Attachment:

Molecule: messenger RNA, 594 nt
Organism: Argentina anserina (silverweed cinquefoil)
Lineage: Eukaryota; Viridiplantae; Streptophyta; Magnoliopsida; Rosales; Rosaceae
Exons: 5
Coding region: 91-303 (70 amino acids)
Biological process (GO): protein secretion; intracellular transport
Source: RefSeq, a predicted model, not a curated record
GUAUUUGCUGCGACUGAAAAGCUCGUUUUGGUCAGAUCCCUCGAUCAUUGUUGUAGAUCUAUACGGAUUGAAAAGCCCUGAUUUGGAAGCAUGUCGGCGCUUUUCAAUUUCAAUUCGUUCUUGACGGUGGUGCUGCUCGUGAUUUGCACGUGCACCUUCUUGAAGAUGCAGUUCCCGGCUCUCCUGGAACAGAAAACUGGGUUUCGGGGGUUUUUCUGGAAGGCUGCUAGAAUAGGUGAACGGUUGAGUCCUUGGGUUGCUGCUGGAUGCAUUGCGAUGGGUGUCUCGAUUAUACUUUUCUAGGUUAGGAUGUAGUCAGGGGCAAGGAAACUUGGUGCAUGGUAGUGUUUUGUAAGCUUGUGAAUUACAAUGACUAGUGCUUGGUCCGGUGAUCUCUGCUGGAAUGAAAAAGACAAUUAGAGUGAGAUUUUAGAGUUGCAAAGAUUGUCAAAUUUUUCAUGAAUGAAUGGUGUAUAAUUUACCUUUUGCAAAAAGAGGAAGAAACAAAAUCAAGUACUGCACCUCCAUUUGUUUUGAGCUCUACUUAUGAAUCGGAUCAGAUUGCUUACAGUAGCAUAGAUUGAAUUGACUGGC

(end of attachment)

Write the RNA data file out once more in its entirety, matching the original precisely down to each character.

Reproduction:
Molecule: messenger RNA, 594 nt
Organism: Argentina anserina (silverweed cinquefoil)
Lineage: Eukaryota; Viridiplantae; Streptophyta; Magnoliopsida; Rosales; Rosaceae
Exons: 5
Coding region: 91-303 (70 amino acids)
Biological process (GO): protein secretion; intracellular transport
Source: RefSeq, a predicted model, not a curated record
GUAUUUGCUGCGACUGAAAAGCUCGUUUUGGUCAGAUCCCUCGAUCAUUGUUGUAGAUCUAUACGGAUUGAAAAGCCCUGAUUUGGAAGCAUGUCGGCGCUUUUCAAUUUCAAUUCGUUCUUGACGGUGGUGCUGCUCGUGAUUUGCACGUGCACCUUCUUGAAGAUGCAGUUCCCGGCUCUCCUGGAACAGAAAACUGGGUUUCGGGGGUUUUUCUGGAAGGCUGCUAGAAUAGGUGAACGGUUGAGUCCUUGGGUUGCUGCUGGAUGCAUUGCGAUGGGUGUCUCGAUUAUACUUUUCUAGGUUAGGAUGUAGUCAGGGGCAAGGAAACUUGGUGCAUGGUAGUGUUUUGUAAGCUUGUGAAUUACAAUGACUAGUGCUUGGUCCGGUGAUCUCUGCUGGAAUGAAAAAGACAAUUAGAGUGAGAUUUUAGAGUUGCAAAGAUUGUCAAAUUUUUCAUGAAUGAAUGGUGUAUAAUUUACCUUUUGCAAAAAGAGGAAGAAACAAAAUCAAGUACUGCACCUCCAUUUGUUUUGAGCUCUACUUAUGAAUCGGAUCAGAUUGCUUACAGUAGCAUAGAUUGAAUUGACUGGC